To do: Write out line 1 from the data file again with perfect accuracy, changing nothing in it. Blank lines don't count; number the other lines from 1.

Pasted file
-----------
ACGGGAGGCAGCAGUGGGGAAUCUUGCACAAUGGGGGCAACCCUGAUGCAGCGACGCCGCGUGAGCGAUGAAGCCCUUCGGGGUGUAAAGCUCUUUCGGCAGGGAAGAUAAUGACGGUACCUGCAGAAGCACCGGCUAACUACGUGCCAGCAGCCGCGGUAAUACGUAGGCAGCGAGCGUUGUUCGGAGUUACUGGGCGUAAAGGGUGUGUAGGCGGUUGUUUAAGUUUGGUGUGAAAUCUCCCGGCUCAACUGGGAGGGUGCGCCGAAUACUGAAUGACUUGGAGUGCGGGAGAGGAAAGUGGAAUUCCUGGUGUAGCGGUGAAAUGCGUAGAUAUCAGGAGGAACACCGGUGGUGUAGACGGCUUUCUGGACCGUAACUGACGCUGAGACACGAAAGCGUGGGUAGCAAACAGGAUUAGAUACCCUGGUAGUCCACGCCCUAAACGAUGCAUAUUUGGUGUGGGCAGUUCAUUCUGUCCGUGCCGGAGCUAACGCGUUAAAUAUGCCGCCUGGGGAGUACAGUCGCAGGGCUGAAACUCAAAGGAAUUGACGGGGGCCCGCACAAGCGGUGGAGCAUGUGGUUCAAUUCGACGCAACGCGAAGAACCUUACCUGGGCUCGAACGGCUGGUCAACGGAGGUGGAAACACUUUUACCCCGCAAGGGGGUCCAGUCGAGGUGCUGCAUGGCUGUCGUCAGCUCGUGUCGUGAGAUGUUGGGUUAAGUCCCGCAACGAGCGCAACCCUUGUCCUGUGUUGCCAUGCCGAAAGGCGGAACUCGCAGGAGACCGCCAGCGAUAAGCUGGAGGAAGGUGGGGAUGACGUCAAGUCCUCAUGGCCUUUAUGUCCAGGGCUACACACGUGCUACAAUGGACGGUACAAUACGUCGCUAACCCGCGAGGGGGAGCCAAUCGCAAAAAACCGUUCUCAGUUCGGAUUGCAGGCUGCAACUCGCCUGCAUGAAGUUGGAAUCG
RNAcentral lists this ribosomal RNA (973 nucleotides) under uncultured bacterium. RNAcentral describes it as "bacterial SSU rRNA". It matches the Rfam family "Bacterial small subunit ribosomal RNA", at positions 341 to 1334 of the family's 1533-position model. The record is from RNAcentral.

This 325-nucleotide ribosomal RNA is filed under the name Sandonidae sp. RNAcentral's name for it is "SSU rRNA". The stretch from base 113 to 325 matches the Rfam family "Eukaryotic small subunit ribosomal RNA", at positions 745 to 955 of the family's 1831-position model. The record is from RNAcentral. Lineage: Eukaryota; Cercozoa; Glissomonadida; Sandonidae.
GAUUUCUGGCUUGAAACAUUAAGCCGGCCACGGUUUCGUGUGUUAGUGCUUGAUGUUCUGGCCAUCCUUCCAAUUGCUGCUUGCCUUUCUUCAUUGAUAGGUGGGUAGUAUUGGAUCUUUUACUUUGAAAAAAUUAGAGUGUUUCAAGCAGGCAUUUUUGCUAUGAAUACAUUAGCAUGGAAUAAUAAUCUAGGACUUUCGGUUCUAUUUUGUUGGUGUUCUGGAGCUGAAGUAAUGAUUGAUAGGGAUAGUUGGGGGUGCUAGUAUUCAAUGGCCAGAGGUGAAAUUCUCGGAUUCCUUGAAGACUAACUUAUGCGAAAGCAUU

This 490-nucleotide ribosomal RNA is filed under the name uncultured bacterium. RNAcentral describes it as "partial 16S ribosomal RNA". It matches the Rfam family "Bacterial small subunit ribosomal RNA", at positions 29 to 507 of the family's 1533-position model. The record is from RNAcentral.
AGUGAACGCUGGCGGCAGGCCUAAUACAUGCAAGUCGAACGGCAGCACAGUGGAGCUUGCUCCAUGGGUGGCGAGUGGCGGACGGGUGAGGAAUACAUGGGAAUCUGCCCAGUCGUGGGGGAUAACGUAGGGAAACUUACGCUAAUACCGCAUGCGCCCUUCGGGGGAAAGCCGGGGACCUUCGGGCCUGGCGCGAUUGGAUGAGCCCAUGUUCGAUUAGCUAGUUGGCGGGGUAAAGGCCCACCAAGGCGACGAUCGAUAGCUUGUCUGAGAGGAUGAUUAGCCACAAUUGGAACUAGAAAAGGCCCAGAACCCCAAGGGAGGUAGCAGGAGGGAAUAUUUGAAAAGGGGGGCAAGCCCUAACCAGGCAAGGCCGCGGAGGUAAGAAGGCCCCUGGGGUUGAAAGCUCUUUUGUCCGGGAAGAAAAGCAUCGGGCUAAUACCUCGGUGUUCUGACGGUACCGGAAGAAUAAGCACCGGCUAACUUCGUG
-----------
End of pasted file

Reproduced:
ACGGGAGGCAGCAGUGGGGAAUCUUGCACAAUGGGGGCAACCCUGAUGCAGCGACGCCGCGUGAGCGAUGAAGCCCUUCGGGGUGUAAAGCUCUUUCGGCAGGGAAGAUAAUGACGGUACCUGCAGAAGCACCGGCUAACUACGUGCCAGCAGCCGCGGUAAUACGUAGGCAGCGAGCGUUGUUCGGAGUUACUGGGCGUAAAGGGUGUGUAGGCGGUUGUUUAAGUUUGGUGUGAAAUCUCCCGGCUCAACUGGGAGGGUGCGCCGAAUACUGAAUGACUUGGAGUGCGGGAGAGGAAAGUGGAAUUCCUGGUGUAGCGGUGAAAUGCGUAGAUAUCAGGAGGAACACCGGUGGUGUAGACGGCUUUCUGGACCGUAACUGACGCUGAGACACGAAAGCGUGGGUAGCAAACAGGAUUAGAUACCCUGGUAGUCCACGCCCUAAACGAUGCAUAUUUGGUGUGGGCAGUUCAUUCUGUCCGUGCCGGAGCUAACGCGUUAAAUAUGCCGCCUGGGGAGUACAGUCGCAGGGCUGAAACUCAAAGGAAUUGACGGGGGCCCGCACAAGCGGUGGAGCAUGUGGUUCAAUUCGACGCAACGCGAAGAACCUUACCUGGGCUCGAACGGCUGGUCAACGGAGGUGGAAACACUUUUACCCCGCAAGGGGGUCCAGUCGAGGUGCUGCAUGGCUGUCGUCAGCUCGUGUCGUGAGAUGUUGGGUUAAGUCCCGCAACGAGCGCAACCCUUGUCCUGUGUUGCCAUGCCGAAAGGCGGAACUCGCAGGAGACCGCCAGCGAUAAGCUGGAGGAAGGUGGGGAUGACGUCAAGUCCUCAUGGCCUUUAUGUCCAGGGCUACACACGUGCUACAAUGGACGGUACAAUACGUCGCUAACCCGCGAGGGGGAGCCAAUCGCAAAAAACCGUUCUCAGUUCGGAUUGCAGGCUGCAACUCGCCUGCAUGAAGUUGGAAUCG